Easy Window Farming. Instructions for growing plants in a small space like an apartment or baloney. How to make a window farm for your own window using only 2 liter soda bottles and a hand full of parts from your garage. If you have a sunny or semi-sunny window, you can grow herbs and plants all year around in a very small space. This hydroponic system repurposes 2 liter bottles for growing herbs. Each bottle holds a plant with no soil, but in hydro balls. Several bottles are held with rope or a chain together is a vertical manner. All parts for this system is built from things around the house.
There is no limit on the number of bottles you can hang in the window. In the system suggested here, we are using three bottles. All bottles are 2 liter bottles of soda. When the bottles are empty, remove the label and try to clean off any of the glue that holds on the label.
The best plants that grow in the Window Farm are annuals herbs or vegetables. It is possible to grow tomatoes and cucumbers. Your imagination is the limit. Below is a partial list of suggested plants to start out with if you have never grown plants hydroponically.
All herbs, Mint, Basel, Cauliflower, Broccoli, BakChoy, Celery, Lettuce and Potatoes….. etc…. your imagination….
All materials can be bought at any local hardware store or pet supply.
Start with a 2 liter bottle of soda. Rinse out with water and let it dry overnight. With a pair of scissors or sharp knife, cut out a slit half way up the bottle where the black planter basket can fit and anchor into the middle of the bottle. There is no wrong way to do this. See picture below of cut out.
Insert the black basket into the opening. See below….
Dab three or four places on the black basket with Gorilla glue and let dry overnight. The next day remove the entire bottom of the bottle. Don’t take off more than 1 or 1 ½ inches from the bottom of the bottle. This will allow water drip from the above bottle to water the plant below. See pictures.
Make two more bottle/baskets. Let dry overnight.
Last, take a decretive or practical rope and start to glue the rope along the sides of the bottles until all three bottles are lined up with the bottom of the bottle exiting water into the bottle below. The fourth 2 liter bottle becomes the reservoir. Don’t cut the bottom off of the bottle. Instead cut about 3 inches from the top of the bottle.
Building the pump is easy to do. It is not your typical water pump. This pump uses an aquarium air pump and a basketball inflator.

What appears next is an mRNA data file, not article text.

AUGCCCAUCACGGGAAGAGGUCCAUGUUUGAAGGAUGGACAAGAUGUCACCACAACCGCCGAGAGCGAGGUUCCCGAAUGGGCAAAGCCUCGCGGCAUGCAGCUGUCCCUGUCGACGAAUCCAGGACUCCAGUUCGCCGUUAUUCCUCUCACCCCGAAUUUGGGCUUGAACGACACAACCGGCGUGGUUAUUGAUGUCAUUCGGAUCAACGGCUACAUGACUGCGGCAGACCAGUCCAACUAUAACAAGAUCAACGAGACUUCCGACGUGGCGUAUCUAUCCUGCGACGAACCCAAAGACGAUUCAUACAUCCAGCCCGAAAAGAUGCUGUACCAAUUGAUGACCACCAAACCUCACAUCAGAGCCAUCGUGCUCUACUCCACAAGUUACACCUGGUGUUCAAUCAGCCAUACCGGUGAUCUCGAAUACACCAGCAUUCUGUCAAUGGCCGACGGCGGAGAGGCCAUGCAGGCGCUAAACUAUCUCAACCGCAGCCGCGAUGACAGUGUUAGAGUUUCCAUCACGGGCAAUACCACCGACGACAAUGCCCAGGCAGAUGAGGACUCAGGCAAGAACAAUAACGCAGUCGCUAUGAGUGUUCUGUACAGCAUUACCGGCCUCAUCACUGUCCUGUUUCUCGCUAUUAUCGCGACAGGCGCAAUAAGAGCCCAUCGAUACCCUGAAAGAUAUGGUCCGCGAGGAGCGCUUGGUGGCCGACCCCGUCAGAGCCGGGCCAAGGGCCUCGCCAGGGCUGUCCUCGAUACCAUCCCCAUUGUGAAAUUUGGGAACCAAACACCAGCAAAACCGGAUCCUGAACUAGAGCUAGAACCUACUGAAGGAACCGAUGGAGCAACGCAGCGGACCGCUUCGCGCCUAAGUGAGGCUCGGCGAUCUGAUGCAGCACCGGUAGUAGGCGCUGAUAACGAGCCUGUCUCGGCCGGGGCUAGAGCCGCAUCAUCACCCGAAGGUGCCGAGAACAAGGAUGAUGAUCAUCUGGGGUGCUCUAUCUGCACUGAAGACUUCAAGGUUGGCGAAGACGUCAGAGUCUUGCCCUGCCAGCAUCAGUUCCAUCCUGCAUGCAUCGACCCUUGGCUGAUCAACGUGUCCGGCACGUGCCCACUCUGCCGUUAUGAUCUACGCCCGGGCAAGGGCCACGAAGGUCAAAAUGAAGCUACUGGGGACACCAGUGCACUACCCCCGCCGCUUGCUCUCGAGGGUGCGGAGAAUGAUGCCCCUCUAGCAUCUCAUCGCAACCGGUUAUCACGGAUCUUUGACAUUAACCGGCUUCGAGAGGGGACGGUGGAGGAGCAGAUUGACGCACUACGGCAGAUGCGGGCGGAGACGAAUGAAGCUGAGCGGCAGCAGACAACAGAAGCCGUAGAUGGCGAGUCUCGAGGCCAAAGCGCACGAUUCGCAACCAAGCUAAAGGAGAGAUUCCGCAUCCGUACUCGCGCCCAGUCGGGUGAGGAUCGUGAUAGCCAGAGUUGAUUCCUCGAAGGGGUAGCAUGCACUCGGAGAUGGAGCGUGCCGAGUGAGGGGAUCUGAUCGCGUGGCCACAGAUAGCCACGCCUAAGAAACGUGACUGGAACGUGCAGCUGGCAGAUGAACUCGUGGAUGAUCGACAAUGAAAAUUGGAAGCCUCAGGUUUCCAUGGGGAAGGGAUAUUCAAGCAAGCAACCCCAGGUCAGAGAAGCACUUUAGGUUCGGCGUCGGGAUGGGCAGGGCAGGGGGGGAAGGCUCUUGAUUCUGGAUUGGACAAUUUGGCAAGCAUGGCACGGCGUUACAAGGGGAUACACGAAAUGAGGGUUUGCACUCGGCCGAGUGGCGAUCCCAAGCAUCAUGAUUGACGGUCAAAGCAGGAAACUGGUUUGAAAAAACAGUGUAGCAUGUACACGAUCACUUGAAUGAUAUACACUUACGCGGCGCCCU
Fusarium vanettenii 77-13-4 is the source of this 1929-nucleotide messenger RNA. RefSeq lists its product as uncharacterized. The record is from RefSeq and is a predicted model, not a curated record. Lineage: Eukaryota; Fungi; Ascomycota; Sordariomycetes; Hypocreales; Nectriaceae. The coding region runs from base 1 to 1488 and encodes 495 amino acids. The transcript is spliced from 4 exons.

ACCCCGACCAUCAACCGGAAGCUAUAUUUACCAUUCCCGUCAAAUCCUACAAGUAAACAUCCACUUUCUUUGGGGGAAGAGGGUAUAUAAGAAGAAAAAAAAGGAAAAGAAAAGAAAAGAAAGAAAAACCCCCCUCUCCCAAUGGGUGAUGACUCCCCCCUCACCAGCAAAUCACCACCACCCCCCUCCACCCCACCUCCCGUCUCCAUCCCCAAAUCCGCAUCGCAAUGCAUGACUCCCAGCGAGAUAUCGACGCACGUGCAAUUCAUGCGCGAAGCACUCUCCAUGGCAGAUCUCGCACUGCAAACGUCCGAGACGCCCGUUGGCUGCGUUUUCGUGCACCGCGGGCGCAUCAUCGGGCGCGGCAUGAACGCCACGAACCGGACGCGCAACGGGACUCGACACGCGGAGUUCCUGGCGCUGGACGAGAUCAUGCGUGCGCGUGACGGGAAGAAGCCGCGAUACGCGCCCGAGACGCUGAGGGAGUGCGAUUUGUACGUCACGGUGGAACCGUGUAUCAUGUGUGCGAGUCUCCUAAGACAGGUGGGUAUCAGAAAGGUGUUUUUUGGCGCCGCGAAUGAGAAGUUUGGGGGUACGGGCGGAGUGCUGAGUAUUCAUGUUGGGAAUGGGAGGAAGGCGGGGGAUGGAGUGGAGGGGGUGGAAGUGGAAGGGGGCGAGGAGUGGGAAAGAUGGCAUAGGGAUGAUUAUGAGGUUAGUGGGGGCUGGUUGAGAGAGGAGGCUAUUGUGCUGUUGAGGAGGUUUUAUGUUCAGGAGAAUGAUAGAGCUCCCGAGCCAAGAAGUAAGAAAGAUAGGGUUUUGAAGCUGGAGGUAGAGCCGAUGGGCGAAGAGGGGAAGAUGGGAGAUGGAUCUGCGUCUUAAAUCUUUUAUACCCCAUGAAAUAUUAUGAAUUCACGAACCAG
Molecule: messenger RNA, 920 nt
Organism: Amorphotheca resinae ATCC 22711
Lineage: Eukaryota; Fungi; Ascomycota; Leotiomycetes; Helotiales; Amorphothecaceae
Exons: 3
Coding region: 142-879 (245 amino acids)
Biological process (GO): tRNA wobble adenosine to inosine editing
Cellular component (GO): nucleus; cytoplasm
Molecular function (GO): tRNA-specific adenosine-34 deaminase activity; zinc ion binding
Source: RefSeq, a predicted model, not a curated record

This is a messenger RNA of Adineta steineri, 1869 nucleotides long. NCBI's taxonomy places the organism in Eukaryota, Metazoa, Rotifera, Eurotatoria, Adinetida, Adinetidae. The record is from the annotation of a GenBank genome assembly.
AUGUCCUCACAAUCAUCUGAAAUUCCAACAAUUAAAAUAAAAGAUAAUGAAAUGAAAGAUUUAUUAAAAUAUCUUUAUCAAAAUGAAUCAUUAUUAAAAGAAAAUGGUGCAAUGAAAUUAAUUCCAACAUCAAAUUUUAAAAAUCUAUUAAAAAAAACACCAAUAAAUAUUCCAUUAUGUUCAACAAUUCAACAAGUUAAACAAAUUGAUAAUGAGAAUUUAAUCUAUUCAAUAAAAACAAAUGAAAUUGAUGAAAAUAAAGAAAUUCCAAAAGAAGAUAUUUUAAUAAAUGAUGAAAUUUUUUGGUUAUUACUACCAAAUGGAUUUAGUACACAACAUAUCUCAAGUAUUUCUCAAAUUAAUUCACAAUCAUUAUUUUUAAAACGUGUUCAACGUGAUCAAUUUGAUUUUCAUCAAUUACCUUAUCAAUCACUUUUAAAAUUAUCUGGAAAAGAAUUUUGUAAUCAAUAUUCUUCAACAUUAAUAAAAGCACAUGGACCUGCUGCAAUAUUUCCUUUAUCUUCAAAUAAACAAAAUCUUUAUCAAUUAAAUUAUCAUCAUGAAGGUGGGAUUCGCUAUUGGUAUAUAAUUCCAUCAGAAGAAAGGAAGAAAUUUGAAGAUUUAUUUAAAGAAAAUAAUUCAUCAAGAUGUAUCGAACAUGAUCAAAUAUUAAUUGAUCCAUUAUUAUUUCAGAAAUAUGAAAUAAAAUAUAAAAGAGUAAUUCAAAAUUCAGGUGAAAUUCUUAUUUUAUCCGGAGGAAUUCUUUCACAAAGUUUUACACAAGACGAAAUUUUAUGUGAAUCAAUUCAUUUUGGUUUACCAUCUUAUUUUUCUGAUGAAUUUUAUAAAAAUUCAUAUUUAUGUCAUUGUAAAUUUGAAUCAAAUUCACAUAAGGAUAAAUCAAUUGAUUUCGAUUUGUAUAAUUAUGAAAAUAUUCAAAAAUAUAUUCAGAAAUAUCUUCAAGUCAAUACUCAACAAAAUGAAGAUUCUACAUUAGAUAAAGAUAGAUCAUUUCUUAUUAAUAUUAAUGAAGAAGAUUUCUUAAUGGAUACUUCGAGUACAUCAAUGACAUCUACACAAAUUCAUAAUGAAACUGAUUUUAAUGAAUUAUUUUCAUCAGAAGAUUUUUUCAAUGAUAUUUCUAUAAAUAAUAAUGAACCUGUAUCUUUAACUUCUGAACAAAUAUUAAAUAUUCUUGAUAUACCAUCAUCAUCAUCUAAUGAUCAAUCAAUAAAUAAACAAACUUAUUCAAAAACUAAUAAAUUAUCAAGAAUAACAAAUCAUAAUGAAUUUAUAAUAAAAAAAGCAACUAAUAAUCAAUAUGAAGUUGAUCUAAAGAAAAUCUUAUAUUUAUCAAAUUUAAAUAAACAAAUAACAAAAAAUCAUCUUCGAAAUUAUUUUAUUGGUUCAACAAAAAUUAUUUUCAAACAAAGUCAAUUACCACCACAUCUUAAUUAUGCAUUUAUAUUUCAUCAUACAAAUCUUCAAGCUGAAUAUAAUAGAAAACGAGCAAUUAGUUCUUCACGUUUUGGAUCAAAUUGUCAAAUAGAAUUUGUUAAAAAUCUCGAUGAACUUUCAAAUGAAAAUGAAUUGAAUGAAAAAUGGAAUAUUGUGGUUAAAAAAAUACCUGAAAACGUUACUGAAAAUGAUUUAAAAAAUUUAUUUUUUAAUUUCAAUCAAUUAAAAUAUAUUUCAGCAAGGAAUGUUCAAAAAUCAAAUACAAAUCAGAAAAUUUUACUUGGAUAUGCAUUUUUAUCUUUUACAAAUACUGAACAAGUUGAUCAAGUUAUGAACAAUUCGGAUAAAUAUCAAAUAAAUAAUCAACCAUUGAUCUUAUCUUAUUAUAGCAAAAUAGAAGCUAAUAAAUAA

Take the ½ inch hose and measure up around 6 inches. Using a sharp knife or blade, make an insertion around ½ inch long. Take the basketball inflator and insert the pointed end into the slit. Taking the air pump hose, connect one end to the basketball inflator and tape around the connection. Take the other end of the ¼ inch hose and connect it to the air pump. You’re almost done!
Cut off ½ inch of the ½ inch hose at a 45 degree angle. This is where the water will enter into the pump. Take the metal weight and tape it to the bottom six inches of the ½ inch hose. This acts like a weight to hold the whole pump in the water.
After assembling the basket hangers and attaching the rope support(s), hang your window farm in the window with the lowest basket bottom just above the reservoir. Put the pump into the bottom reservoir and string up the ½ hose all the way to the top basket. Take the ½ inch right angle plastic piece and insert it into the house and hook the other into the basket. See picture below. Remember to cut the hose to the required length before inserting the 90 degree tube.
Turn on the air pump. Fill the reservoir with plain tap water. Immediately water should be bubbling up through the hose and come out the top. It will not be a steady stream, but water squirts with a lot of air. Water does not need to flow quickly for this window farm to work.
Start with a small six pack of vegetables or some herbs. A smaller plant has a higher chance of success than a plant will survive the shock from soil growing to hydroponic growing. Planting plants in the hydro balls is easy. Take one of the plans out of your six pack and place it in a bucket of water. Wash off all of the soil off the roots. It does not have to be perfect. The more is better.
With one of the plastic baskets glued into the 2 liter bottle, will it 1/3 the way full with hydro balls. Place the plant’s roots and bury the rest of the roots with more hydro balls. See pictures below.
When the entire system set up, it’s time to start your hydroponics cycles. There are three chemicals available in any hydroponics store. Ask for general purpose chemicals for hydroponics. They can be sold in a set of three or sold separately. If you have never gone into a hydroponics store before, it can be over whelming. You are looking for a set of three fertilizers that are dissolvable in water. They are signified by three numbers on the bottle. XX-XX-XX. The first number is the percentage of nitrogen in the solution. The second number contains the percentage amount of potassium. The last tells the amount of potash.
Since the system is not very large, you don’t need to use much fertilizer. Place 1 teaspoon of each of three chemicals. That will last for a week. Make sure you don’t over dose the water. If there is too much solution, the plant will go into a condition of lockout. Lockout is a condition where the salts in the fertilizer locked into the roots and will not allow any more nutrients to be absorbed by the plant. When this condition happens, it is best to start over with new plants and water.
Plant any type of plant in your hydroponics window farm. Don’t be afraid to experiment That’s the best part. In the beginning add about 1 teaspoon of each chemical to your water. Watch how the plant grows and adjust accordingly. Start out slow and later build up to high dosages of chemicals.